78 comments

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12:24AM PDT on May 21, 2013

I'm also visiting this site regularly, this web site is really nice and the users are genuinely sharing good thoughts.
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3:20PM PST on Feb 25, 2011

thanks for the article. true.

5:33AM PDT on Oct 12, 2010

Thanks for the article.

4:02PM PDT on Jul 21, 2010

"Guys, please note wireless technology has many hazards (including type 3 diabetes) " - now thats a scary thing. In my office almost everything is wireless... Anyway, wouldn't like for my kids to live in such a technilogized world. It's almost inhuman. And btw, i love kids spelling games

12:00PM PDT on Jul 3, 2010

Jurian : Really enjoyed the mag ODE! I agree with you!

11:02AM PDT on Jun 2, 2010

Guys, please note wireless technology has many hazards (including type 3 diabetes)

This Canadian female professor describes in a short video:

http://www.magdahavas.com/2010/03/22/diabetes-and-electrosensitivity/

8:46AM PDT on May 1, 2010

New technology is good for urgent communication. However there is a consideration of how much time am I going to spend on these things. It should be an equal balance on every area in our lives.

5:14PM PDT on Apr 27, 2010

yeah..it's true...but i cannot live without them..i will go on trips without them andspend timewith nature and i will limit myself to how long i can use them each day...sand if i go over..i willl take away time from the other orms that i was planning on using that day!

7:14PM PST on Mar 5, 2010

Like ANYTHING in the world, moderation is ALWAYS the key. Every thing that we use, eat, do, observe, have, etc. has trade-offs: benefits & costs.

I, personally, think that our entire planet (particularly the "West") needs to slow down a little. We go go go, way too fast, thinking that we always have to be "doing something productive." But research is beginning to PROVE (as we all know intuitively) that multitasking and rushing through life is DETRIMENTAL to our overall goals (no matter what they be).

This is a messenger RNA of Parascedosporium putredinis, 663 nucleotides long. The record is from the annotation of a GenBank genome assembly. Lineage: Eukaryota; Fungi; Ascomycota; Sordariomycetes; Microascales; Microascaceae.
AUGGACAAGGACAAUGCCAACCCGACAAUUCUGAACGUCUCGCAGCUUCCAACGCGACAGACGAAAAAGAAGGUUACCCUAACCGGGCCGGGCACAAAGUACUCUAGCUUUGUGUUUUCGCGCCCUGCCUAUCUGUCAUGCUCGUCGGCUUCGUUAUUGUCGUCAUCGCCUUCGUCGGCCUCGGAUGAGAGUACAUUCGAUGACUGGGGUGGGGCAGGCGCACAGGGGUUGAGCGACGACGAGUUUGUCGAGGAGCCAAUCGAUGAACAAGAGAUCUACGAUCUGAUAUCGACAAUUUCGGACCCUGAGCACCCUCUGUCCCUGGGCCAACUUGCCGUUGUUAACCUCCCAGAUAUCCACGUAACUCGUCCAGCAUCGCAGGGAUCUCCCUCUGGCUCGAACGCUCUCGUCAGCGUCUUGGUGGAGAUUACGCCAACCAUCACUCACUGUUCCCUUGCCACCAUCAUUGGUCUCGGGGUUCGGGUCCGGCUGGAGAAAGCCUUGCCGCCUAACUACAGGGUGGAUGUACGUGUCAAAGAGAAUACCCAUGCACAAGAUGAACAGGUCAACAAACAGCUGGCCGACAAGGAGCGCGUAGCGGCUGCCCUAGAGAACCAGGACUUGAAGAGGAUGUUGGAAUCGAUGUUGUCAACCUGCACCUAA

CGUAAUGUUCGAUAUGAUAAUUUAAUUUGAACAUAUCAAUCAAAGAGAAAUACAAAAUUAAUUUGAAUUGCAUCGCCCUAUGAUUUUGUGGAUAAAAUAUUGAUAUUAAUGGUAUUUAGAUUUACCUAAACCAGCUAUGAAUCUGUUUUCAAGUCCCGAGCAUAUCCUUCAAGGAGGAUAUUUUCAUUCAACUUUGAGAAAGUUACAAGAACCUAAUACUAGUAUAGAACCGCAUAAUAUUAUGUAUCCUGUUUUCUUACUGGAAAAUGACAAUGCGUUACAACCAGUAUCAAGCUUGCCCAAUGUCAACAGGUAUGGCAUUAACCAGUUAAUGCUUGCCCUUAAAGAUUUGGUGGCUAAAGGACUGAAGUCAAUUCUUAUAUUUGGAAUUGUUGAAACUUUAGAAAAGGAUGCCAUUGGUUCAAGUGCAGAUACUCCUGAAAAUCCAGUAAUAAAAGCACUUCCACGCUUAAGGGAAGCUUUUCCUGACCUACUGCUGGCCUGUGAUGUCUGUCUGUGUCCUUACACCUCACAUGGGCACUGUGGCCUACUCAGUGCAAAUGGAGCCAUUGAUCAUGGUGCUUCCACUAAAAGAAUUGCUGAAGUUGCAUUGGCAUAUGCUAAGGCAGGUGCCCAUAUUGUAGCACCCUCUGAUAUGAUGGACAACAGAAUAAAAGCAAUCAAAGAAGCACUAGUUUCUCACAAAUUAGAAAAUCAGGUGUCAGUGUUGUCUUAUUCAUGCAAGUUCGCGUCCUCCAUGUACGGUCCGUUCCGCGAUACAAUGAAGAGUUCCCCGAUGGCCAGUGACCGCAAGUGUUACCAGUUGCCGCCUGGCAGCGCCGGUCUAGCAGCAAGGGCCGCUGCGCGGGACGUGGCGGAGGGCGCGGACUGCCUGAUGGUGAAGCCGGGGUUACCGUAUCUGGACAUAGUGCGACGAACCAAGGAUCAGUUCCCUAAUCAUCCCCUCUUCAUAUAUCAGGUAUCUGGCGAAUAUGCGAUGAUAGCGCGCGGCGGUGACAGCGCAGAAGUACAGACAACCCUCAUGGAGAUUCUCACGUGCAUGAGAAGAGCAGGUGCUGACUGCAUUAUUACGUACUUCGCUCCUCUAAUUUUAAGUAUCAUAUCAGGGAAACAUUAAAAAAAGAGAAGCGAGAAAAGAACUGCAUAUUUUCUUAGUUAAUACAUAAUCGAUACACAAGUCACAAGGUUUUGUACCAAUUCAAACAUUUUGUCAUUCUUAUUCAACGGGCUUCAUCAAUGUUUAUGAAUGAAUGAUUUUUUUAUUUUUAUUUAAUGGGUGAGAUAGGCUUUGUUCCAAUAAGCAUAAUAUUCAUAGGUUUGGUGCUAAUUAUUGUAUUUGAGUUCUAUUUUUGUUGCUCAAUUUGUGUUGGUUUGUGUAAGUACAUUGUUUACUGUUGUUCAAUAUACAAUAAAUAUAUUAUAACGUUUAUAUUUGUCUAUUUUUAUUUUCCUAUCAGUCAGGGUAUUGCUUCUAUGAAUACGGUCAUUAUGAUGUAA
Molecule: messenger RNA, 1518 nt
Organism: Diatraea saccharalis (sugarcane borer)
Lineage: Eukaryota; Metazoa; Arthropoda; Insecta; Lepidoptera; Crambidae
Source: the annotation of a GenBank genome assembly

I think it's amazing that we are so "connected." But real life connections, human to human, human to nature, nature to human, have suffered. Aren't these interactions where life really occurs anyway? Life is not worth living if it's done vicariously through a hi-def screen and mobile device.

These tools can (and do) make parts of life MUCH easier and faster than before. Conversely, they also complicate and clog our lives with subsequent effects that were not apparent before the widespread use of these tools. How many hours have you "lost" absorbed in meaningless internet surfing?

Point is: good & bad are a part of everything. Everything has the potential to provide a good or service. Yet at the same time, everything has the potential to cause a bad or disservice. Moderation is where it's at! Always!

7:08PM PST on Mar 3, 2010

We probably over-use the high-tech toys because they are new and a bit complicated and take up more time than we really wish they did.